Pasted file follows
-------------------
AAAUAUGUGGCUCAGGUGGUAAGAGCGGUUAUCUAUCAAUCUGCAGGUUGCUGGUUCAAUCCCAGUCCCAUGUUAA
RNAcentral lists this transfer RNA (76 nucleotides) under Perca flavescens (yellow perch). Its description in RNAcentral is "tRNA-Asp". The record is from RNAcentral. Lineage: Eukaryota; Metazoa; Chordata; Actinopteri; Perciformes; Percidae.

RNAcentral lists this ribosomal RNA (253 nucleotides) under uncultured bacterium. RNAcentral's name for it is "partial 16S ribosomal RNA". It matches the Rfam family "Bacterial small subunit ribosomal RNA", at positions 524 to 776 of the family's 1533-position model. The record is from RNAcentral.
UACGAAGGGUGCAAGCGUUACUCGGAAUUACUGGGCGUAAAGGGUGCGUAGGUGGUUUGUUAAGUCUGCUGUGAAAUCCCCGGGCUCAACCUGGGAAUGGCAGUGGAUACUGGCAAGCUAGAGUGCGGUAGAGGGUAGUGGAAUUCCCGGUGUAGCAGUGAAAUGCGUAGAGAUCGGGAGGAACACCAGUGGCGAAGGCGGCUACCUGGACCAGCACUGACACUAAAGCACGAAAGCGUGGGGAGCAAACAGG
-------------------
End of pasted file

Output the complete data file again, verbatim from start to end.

AAAUAUGUGGCUCAGGUGGUAAGAGCGGUUAUCUAUCAAUCUGCAGGUUGCUGGUUCAAUCCCAGUCCCAUGUUAA
RNAcentral lists this transfer RNA (76 nucleotides) under Perca flavescens (yellow perch). Its description in RNAcentral is "tRNA-Asp". The record is from RNAcentral. Lineage: Eukaryota; Metazoa; Chordata; Actinopteri; Perciformes; Percidae.

RNAcentral lists this ribosomal RNA (253 nucleotides) under uncultured bacterium. RNAcentral's name for it is "partial 16S ribosomal RNA". It matches the Rfam family "Bacterial small subunit ribosomal RNA", at positions 524 to 776 of the family's 1533-position model. The record is from RNAcentral.
UACGAAGGGUGCAAGCGUUACUCGGAAUUACUGGGCGUAAAGGGUGCGUAGGUGGUUUGUUAAGUCUGCUGUGAAAUCCCCGGGCUCAACCUGGGAAUGGCAGUGGAUACUGGCAAGCUAGAGUGCGGUAGAGGGUAGUGGAAUUCCCGGUGUAGCAGUGAAAUGCGUAGAGAUCGGGAGGAACACCAGUGGCGAAGGCGGCUACCUGGACCAGCACUGACACUAAAGCACGAAAGCGUGGGGAGCAAACAGG